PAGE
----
9 Jul 2012

Its been said countless times before that we golfers are all armchair architects and, as club boards and green committee’s know all too well, one of the problems with undertaking major redesign projects is the diversity of opinion from within a club on what needs to be fixed and how it should be done. Even the most critically acclaimed redesign work divides opinion, so it’s no wonder that some clubs are tentative about making changes to their golf holes.

The upside of course, is that improving your layout not only enhances the playing experience for the members but it can also help secure the financial future of your golf club. Bonnie Doon in Sydney, for instance, has signed up 150 new members since Ogilvy Clayton started their redevelopment work back in mid-2011. Stage one of that $3 Million project finally opened in May, and the feedback from members on the six new holes in play has been overwhelmingly positive. The decision makers at Bonnie Doon showed great leadership in undertaking such an ambitious redesign of their underperforming course. Due to the difficult economic climate at present, other clubs may not be in a position to be quite so bold but that doesn’t mean they shouldn’t be looking at ways to improve their layout.

In simplistic terms, great golf starts with great golf holes and the first step on the road to improving is to identify holes that can most easily be made better. With that in mind, we asked a number of Australian course architects to nominate the hole that they would most like to redesign. As Michael Clayton noted, ‘the two extremes of redesign are the good holes that can be made even better and the complete dogs that, as A.W Tillinghast so ably said, 'be made so they can hold their heads up in polite society'.’ There is a nice mix of both amongst the holes selected by our architects.


Michael Henderson – 14th Hole at Killara

Nothing causes more frustration to golf architecture enthusiasts than seeing good land go to waste. The potential for a great golf hole lies at the short par 4 14th at Killara Golf Club. Around 270m in length from the members’ tees, there is presently no option other than to hit straight between thick lines of trees and then advance to pitch up to the elevated green. In its current state the hole is uninspiring and completely devoid of any strategic values.

“Strategy is the soul of the game.” - George Thomas Jr.

The land the 14th occupies has similar qualities to the famous 10th at Royal Melbourne West and it is from this great golf hole that the architect should draw inspiration for change. Players hit over a sweeping valley and then up to the green positioned at the top of the next ridge.

The removal of trees in order to increase width and thus generate strategic values is critical to improving this hole.

“Trees should never be cut down if it is possible to save them; but he who insists on preserving a tree where it spoils a shot should have nothing to say about golf course architecture.” - George Thomas Jr.

The green should be remodelled so that it sits naturally along the slope on a left to right axis to oncoming play.   A dramatic bunker carved into the front left side of the green would improve the visual beauty of the hole and enhance strategy. Widening of the hole through the removal of trees could allow bunkers to be placed on the higher right side of the fairway from where it is best to approach the green.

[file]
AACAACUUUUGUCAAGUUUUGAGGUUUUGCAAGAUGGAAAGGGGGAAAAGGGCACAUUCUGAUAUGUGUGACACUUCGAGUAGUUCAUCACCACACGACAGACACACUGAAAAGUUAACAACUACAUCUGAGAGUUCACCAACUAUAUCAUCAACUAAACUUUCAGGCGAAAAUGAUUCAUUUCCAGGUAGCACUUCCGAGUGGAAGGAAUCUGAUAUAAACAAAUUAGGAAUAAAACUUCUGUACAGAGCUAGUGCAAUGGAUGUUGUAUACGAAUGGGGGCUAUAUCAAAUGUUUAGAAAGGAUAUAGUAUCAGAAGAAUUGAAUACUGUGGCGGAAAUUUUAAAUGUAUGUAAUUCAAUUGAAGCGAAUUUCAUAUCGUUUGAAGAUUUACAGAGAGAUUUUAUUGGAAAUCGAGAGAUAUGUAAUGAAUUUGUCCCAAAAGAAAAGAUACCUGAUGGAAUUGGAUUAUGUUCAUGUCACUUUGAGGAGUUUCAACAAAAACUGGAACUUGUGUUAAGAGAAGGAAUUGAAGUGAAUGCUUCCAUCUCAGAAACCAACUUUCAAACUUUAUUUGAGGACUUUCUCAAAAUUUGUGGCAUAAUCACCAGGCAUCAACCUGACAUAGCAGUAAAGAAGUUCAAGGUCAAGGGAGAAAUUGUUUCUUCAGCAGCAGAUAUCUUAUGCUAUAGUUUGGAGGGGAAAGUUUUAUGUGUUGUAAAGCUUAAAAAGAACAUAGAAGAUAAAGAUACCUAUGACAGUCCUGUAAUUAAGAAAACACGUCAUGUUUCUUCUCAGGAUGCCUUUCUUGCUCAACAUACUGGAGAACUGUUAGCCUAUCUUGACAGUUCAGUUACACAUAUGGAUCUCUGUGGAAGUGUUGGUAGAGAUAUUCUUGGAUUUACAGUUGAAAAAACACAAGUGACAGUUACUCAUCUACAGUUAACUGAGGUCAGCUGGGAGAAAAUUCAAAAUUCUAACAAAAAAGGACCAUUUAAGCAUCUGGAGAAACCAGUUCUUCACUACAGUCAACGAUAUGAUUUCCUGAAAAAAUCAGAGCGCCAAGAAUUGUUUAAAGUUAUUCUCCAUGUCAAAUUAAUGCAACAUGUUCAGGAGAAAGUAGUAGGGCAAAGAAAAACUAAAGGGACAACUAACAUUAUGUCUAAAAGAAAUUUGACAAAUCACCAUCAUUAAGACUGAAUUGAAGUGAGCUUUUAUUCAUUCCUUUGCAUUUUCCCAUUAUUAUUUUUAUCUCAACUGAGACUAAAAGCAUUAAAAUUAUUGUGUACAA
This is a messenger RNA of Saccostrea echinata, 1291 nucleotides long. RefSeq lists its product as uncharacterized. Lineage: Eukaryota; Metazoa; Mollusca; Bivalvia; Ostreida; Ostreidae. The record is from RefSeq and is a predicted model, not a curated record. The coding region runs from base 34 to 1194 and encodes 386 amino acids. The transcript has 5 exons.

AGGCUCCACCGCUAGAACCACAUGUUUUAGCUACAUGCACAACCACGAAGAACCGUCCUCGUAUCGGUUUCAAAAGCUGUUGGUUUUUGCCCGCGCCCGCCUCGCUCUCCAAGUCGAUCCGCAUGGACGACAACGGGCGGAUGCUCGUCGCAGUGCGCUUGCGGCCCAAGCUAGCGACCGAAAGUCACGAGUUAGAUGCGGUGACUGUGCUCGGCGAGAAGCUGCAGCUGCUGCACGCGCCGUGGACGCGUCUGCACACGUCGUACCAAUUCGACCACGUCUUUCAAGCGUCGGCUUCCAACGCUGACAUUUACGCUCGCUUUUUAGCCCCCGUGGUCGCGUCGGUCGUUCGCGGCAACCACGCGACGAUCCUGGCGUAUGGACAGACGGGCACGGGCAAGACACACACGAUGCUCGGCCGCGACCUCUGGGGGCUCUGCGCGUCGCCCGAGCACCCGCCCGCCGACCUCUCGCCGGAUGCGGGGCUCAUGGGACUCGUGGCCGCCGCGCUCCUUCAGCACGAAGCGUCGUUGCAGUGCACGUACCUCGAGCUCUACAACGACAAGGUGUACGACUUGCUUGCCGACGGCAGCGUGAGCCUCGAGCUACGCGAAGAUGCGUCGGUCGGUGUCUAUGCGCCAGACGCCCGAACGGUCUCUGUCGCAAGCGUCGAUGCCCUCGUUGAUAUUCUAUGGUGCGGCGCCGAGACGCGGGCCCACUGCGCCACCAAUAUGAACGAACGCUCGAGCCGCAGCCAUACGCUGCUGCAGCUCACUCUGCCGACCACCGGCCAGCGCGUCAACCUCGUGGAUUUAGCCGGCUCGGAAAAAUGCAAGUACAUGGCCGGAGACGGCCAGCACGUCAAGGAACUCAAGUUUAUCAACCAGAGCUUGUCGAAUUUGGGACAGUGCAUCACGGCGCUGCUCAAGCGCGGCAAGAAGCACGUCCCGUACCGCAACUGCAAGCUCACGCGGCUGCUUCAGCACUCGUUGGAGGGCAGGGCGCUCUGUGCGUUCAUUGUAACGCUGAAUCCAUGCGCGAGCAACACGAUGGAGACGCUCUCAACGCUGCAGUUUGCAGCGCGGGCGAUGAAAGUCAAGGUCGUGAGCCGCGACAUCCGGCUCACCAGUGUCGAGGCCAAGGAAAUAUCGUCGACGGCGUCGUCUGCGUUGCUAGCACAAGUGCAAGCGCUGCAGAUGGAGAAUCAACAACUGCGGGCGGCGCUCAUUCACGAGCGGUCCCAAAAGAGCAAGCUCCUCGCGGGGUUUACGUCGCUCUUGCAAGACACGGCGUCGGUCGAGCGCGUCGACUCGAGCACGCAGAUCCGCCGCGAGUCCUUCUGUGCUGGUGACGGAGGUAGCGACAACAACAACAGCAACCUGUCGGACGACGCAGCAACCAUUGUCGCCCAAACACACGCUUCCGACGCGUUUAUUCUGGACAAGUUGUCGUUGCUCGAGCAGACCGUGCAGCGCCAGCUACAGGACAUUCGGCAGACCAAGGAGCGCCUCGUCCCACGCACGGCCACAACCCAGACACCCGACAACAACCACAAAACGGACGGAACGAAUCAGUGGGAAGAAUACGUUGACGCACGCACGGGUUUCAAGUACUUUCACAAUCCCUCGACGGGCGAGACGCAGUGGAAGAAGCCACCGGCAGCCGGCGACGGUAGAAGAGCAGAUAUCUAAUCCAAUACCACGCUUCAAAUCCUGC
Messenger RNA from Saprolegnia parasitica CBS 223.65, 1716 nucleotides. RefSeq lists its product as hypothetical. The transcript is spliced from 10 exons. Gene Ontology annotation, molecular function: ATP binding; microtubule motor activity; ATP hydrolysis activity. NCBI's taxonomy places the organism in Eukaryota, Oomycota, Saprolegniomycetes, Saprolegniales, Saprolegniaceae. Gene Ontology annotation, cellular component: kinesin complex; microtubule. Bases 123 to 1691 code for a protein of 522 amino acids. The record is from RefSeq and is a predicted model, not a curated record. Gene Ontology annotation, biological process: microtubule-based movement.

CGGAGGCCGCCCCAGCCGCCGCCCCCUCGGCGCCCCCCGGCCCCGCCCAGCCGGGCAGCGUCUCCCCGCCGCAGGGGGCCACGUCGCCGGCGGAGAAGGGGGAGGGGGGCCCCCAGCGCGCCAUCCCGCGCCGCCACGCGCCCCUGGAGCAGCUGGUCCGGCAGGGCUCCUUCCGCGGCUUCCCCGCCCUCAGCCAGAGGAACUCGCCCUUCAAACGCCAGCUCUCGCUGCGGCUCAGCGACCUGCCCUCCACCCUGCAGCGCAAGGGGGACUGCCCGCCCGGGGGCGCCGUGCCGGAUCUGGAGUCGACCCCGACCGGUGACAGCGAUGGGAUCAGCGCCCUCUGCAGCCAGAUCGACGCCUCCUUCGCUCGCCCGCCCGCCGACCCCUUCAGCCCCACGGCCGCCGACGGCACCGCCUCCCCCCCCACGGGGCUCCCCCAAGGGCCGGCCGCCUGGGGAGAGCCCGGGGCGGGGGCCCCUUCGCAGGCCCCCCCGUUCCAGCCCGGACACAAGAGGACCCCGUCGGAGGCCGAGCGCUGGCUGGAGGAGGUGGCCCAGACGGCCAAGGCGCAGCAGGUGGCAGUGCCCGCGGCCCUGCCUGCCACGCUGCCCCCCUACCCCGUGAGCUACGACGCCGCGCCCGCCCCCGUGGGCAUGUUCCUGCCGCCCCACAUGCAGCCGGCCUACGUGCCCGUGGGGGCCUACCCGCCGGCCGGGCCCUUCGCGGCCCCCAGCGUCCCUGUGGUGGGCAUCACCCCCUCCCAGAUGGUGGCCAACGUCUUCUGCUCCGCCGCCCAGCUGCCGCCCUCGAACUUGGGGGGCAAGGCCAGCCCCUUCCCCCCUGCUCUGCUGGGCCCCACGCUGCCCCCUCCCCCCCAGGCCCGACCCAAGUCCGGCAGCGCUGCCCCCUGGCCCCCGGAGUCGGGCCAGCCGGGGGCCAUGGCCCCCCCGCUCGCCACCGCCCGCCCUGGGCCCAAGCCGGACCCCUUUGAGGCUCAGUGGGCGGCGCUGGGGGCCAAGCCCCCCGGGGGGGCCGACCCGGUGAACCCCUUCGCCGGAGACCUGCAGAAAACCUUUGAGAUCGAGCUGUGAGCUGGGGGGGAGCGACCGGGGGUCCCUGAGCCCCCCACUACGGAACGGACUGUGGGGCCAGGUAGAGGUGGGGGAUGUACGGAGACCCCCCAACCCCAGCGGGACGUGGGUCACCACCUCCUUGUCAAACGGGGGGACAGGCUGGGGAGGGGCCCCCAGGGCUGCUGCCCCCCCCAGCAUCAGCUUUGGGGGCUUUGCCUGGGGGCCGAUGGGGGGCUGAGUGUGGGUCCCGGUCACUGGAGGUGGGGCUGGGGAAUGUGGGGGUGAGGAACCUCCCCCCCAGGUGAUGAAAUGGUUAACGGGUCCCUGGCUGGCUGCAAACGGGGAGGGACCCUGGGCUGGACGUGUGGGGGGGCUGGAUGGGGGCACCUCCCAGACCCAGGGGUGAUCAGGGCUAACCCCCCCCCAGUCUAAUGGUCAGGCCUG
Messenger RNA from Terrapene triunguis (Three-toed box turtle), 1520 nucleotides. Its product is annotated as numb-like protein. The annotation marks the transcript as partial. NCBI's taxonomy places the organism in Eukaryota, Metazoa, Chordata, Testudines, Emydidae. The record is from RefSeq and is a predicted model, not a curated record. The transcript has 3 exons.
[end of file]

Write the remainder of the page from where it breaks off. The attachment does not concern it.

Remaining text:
Golfers can attempt to go for the green from shorter tees, play out safely to the left and face a more difficult approach or; take on the bunkers on the right of the fairway and be rewarded with the best approach into the green. An ordinary hole is turned into a hole of strategic merit.


Michael Clayton – 14th Hole at Royal Canberra

The 14th hole at Royal Canberra is a good hole played over interesting land and with a green that rewards those who drive long and close to the fairway bunkers on the left.

The original designer, Commander John Harris, however drew a hole (one that was never built) that played from a tee far on the right and with a tee shot over the diagonal line of the edge of the lake (see right). There is a wide expanse of ground to the right running all the way to the lake (not currently any influence on the hole) and an opportunity to make that into fairway and build the amazing hole Harris drew.

The Harris hole would be one of the very best in the country.


Harley Kruse – 3rd Hole at St Michael’s

It shares the adjoining dunes of one of Australia’s greatest courses, NSW Golf Club, yet with a much lower profile St Michaels remains very comfortable in its own skin. It is a course of humble and modest beginnings on a spectacular site, albeit a little tight when compared with its neighbour.

St Michaels is a fun course and a dramatic place to play golf. It is a course that has resisted change but as golf course architect when I play St Michaels I can’t help but think of the wonderful possibilities to tweak the course here and there. I can think of quite a number of holes that could be vastly improved with relatively little effort and cost – to make the course more pleasurable and more strategically interesting to play.

I am a fan of uphill par 3’s such as Royal Melbourne West 7. St Michaels has one too - hole 3. It’s a wildly steep uphill shot to a small and blind green pitched atop a high dune. There are commanding views of the course and the Ocean from the green. It’s a very memorable hole but awkward. It’s not a lot of fun if you miss the putting surface as things fall away steeply front, back and to the right.

For me this hole presents a great opportunity. I would cut the green down some 2 metres or so to create more room for a slightly wider green and increased putting surface, but importantly there would now be room to ease the slopes around the green. The sandy cut material would be used to do this. The green itself could have two levels with a false front to help give the putting surface more visibility from the tees. The side slope on the left would run into the green a little and help feed shots onto the green. I would look at a modest size bunker on the right side to guard back right pin positions and possibly one just visible at the rear left to catch some long shots before they disappear.